Alison Balsom trumpets the genius of John Milton

Arguably the world’s most celebrated trumpeter is not to be missed at the Proms this weekend, says Michael White.

Not much in life comes free (if it’s of any value) but one thing that does is next Sunday’s Prom – for which you have to have a pre-booked ticket but the ticket comes at no cost, courtesy of the BBC. And what you get for your zero payment includes the premiere of a new trumpet concerto given by perhaps the world’s most celebrated, certainly most glamorous trumpeter Alison Balsom.

It’s a grand piece, virtuosic, written specially for her by the jazz/big-band composer Guy Barker. But as she explained the other day when we talked it through, “the score isn’t particularly jazzy. There are jazz elements, but other kinds of music too: it’s a real concerto. And above all, there’s a narrative.

“Guy is a composer who likes to write illustratively, with a storyline. So when the BBC first commissioned this piece, he and I sat down and discussed what it could be about. I mentioned Paradise Lost, which is a book I’ve always loved. And we came up something based on the Fall of Mankind and Seven Deadly Sins – which allows the possibility of very diverse writing and darker colours than you’d hear if I was playing a baroque concerto”.

The fact that it’s a free concert will probably guarantee a pretty diverse audience as well, many of them coming to a classical event for the first time - although Balsom says that audiences for trumpet concerts “are in any case quite broad because of the cross-appeal of the instrument. People who like jazz and big-band are prepared to come and give it a go. And they’re often younger”.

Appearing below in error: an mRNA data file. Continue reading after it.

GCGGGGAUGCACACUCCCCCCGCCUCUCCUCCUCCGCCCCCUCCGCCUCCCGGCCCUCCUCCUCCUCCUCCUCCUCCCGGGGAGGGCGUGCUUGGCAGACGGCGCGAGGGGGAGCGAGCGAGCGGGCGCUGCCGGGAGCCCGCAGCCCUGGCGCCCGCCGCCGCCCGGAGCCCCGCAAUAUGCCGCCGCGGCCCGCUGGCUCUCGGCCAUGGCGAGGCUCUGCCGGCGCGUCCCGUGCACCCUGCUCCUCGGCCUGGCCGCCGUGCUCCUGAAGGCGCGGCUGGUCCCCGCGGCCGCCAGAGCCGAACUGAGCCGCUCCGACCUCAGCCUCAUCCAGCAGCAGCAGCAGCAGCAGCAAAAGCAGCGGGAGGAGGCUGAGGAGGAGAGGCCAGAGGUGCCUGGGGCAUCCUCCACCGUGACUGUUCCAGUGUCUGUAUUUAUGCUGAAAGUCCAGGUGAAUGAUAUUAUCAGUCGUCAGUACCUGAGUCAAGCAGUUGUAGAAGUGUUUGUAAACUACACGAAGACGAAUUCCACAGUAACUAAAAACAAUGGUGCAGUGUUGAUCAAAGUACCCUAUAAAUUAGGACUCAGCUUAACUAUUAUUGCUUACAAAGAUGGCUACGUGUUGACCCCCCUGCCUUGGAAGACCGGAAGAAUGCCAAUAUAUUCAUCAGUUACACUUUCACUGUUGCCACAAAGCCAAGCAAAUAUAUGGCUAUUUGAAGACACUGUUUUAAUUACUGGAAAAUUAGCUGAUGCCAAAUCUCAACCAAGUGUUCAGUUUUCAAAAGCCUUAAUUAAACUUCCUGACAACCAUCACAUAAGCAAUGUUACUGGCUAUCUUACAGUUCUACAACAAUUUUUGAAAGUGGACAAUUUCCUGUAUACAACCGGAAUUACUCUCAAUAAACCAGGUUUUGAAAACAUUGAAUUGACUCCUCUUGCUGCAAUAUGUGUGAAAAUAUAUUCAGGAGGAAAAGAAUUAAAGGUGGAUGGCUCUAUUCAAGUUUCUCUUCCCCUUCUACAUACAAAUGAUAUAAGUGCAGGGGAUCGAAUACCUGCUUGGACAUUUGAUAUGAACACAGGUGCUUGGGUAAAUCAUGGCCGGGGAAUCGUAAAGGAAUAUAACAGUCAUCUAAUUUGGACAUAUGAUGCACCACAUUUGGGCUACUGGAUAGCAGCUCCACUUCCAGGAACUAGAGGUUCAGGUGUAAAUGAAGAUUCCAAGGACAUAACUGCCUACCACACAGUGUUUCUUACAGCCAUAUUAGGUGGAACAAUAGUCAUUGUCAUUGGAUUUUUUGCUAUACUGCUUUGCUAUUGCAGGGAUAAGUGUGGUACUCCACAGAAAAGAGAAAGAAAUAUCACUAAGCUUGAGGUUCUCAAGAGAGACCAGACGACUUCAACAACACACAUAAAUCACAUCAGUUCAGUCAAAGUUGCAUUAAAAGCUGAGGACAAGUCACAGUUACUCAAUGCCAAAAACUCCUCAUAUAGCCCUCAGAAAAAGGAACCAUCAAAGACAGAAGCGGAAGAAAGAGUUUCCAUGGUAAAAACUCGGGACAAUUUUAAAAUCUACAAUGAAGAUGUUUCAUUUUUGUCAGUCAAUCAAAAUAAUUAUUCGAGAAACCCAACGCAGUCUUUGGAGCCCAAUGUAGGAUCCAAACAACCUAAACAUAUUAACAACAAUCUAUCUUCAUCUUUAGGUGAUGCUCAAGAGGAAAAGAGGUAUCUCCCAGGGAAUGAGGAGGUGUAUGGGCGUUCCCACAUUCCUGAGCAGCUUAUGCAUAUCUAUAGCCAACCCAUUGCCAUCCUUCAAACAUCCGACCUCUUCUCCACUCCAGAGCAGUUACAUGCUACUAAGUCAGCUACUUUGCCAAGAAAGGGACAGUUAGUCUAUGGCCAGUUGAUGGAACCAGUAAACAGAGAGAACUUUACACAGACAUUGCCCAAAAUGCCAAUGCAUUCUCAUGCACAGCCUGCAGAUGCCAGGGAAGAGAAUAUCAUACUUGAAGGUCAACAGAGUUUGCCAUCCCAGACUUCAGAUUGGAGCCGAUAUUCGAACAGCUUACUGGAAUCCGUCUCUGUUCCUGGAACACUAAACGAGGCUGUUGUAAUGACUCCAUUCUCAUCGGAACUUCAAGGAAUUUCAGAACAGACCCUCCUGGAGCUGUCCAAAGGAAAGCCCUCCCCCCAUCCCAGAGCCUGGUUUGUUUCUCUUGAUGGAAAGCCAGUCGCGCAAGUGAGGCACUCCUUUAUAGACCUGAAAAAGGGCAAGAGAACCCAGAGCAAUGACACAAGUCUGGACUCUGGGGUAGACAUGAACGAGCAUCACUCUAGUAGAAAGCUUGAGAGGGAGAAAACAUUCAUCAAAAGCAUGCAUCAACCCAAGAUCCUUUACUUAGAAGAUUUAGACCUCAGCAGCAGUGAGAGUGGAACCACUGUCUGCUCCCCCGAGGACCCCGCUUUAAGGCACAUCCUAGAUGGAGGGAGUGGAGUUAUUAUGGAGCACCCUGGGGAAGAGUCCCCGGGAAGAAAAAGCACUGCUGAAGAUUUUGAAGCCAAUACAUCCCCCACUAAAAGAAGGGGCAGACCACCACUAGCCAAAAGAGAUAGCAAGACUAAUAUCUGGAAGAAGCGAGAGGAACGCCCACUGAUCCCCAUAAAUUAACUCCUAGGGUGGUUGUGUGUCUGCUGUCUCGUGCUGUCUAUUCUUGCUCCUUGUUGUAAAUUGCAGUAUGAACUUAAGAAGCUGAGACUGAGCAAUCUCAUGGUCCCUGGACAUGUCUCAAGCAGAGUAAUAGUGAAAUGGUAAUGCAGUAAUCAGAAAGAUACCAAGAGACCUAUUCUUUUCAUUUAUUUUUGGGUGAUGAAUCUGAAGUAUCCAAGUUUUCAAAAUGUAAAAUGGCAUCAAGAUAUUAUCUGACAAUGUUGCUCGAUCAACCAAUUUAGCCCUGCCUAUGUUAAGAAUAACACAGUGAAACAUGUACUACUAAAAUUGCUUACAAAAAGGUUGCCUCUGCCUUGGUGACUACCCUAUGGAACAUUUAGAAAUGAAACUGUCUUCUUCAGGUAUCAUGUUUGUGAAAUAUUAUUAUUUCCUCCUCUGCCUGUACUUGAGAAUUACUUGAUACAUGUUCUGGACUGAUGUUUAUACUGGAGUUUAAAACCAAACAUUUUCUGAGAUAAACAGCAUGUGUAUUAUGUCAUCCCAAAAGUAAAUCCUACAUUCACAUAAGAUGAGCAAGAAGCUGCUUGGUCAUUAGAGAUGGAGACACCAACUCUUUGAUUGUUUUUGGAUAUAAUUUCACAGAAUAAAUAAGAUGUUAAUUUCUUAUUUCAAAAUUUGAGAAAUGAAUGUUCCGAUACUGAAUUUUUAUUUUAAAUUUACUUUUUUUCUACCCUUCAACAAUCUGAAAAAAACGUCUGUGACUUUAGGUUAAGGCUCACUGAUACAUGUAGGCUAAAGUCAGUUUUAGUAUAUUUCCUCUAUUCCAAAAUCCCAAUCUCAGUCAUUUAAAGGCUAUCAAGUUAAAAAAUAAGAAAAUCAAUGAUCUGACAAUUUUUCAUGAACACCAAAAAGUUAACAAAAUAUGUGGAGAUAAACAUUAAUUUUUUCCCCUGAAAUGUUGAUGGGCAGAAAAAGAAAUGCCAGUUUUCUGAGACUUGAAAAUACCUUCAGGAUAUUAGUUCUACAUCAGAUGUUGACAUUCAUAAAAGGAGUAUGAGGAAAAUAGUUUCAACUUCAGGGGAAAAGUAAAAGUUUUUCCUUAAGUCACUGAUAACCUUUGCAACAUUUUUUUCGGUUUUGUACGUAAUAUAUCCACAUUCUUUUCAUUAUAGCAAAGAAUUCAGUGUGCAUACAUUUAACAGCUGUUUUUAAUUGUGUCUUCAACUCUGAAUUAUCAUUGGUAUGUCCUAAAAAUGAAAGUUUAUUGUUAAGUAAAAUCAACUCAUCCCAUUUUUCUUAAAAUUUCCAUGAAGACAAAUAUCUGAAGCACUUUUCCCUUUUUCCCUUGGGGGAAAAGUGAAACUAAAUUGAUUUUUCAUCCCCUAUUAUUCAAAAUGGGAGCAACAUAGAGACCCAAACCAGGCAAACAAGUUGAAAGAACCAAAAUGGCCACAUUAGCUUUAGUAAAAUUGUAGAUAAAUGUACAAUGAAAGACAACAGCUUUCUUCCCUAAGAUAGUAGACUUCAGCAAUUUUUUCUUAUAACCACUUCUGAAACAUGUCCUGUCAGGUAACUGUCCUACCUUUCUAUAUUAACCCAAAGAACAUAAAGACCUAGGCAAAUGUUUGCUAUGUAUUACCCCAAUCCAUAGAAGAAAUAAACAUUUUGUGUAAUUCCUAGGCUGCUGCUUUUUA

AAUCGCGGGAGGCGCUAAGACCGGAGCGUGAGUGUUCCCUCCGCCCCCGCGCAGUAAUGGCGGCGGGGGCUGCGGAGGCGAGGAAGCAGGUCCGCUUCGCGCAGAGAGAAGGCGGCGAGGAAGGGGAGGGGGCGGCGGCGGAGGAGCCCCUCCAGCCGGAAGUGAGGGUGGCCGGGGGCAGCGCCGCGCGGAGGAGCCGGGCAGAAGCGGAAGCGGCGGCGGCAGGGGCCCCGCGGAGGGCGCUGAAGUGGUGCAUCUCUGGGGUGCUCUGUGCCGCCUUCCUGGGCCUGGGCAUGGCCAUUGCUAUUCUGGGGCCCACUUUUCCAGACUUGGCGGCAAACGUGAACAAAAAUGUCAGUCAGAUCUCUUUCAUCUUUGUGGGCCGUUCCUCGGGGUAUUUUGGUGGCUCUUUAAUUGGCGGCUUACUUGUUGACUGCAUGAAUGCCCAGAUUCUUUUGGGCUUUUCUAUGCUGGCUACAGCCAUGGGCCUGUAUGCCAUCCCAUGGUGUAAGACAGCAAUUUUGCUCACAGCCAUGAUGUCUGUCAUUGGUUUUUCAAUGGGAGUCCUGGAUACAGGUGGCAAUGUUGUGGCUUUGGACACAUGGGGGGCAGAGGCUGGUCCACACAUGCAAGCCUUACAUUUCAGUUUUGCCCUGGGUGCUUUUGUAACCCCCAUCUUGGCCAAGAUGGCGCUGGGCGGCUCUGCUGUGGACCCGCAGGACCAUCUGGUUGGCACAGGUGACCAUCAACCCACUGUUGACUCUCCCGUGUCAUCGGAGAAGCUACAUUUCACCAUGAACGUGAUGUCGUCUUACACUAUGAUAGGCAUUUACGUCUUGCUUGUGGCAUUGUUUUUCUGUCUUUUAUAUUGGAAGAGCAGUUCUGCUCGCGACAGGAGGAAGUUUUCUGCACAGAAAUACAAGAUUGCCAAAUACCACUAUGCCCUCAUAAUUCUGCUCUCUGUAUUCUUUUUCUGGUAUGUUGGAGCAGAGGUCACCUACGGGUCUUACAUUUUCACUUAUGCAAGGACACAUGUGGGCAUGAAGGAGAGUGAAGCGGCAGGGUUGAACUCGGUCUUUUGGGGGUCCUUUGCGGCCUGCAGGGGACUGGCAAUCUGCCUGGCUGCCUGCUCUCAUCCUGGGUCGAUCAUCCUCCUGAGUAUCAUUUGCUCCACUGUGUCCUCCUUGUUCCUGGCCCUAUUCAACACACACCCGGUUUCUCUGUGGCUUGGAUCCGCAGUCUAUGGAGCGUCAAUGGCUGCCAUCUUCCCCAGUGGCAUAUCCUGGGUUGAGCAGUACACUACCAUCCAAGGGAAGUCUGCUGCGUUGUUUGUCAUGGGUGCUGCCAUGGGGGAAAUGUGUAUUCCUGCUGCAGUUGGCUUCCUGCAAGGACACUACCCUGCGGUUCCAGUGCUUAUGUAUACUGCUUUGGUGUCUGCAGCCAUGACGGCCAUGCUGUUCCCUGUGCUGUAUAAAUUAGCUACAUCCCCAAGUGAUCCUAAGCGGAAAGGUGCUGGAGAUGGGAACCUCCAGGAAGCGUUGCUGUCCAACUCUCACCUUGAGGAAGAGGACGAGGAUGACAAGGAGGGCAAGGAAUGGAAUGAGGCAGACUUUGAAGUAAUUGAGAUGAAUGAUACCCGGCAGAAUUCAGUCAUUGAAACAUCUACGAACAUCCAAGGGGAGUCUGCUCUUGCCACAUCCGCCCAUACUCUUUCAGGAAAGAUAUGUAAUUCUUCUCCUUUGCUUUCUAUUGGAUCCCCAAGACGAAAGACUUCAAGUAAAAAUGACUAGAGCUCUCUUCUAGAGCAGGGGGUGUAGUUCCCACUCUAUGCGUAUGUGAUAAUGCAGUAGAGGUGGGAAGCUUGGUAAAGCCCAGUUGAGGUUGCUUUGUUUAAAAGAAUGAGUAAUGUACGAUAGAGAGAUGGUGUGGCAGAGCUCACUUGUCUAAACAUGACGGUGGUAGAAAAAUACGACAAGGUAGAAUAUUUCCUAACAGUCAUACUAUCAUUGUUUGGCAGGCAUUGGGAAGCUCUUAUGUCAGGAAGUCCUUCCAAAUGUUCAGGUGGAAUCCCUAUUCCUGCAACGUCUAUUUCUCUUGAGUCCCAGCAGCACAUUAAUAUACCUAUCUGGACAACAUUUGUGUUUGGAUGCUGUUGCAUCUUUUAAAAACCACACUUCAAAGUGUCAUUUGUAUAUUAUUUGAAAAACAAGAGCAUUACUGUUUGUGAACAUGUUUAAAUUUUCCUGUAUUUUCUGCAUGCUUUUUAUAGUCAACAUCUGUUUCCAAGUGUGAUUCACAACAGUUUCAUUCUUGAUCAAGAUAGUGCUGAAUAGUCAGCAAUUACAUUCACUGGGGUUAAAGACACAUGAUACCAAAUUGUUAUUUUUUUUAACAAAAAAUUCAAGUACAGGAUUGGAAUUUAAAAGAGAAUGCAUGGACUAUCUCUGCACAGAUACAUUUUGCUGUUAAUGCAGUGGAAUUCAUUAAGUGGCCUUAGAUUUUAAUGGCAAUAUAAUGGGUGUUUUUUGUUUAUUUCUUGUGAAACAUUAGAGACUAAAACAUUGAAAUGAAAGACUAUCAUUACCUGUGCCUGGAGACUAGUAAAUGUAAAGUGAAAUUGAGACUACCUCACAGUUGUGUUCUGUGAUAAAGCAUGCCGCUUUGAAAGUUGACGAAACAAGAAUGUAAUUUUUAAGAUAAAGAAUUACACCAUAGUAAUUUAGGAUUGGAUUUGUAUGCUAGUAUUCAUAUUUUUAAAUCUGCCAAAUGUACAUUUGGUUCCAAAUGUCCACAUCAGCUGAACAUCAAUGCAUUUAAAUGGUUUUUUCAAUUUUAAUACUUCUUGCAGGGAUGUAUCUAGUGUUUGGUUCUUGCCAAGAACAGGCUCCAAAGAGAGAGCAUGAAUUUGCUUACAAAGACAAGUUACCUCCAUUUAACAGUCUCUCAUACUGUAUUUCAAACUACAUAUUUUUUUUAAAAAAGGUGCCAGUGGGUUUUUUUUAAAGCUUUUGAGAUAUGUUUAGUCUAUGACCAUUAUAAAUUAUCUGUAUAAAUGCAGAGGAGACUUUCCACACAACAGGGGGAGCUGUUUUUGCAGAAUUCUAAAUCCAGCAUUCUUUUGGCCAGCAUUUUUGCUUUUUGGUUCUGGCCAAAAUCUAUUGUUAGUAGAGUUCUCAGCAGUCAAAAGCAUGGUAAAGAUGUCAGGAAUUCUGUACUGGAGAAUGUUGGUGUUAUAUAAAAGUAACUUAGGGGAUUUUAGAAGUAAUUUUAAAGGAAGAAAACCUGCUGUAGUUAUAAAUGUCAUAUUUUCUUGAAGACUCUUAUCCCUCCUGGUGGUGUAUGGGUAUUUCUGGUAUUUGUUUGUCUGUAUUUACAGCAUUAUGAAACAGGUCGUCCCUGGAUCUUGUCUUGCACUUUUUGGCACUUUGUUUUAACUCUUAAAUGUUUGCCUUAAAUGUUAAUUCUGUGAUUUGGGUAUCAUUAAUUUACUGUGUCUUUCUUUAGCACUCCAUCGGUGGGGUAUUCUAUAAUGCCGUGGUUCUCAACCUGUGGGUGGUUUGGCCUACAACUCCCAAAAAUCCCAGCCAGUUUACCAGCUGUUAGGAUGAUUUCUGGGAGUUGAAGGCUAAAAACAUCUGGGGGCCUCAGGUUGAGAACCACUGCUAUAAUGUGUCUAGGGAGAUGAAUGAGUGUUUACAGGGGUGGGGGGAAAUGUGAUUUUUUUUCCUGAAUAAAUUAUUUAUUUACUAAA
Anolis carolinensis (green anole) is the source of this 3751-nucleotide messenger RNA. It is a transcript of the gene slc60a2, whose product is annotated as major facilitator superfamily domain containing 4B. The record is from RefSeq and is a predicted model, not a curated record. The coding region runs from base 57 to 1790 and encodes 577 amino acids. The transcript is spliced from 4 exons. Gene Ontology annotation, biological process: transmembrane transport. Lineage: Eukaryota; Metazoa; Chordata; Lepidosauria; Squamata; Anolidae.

But Balsom is so high-profile these days that her name alone pulls people in. And she’s known not only for conventional concerts but for hybrid entertainments like the play-with-music, “Gabriel” that she co-devised for Shakespeare’s Globe two years ago.

Based on life in London at the time of Purcell, it starred Balsom herself playing a valveless period trumpet alongside the English Concert and a cast of actors. But with forty people onstage, it was an expensive enterprise that she’s been trying to pare down so the show can tour.

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Meanwhile there’s a second play-with-music project that she’s working on. She won’t say what it is – “I’m sworn to secrecy” is all you’ll get from her just now – but keep a lookout.

Alison Balsom plays Guy Barker’s new concerto “Lanterne of Light” this Sunday, 7.30pm. Albert Hall. Tickets may be gone by now ( but you can also hear it live on BBCRadio 3.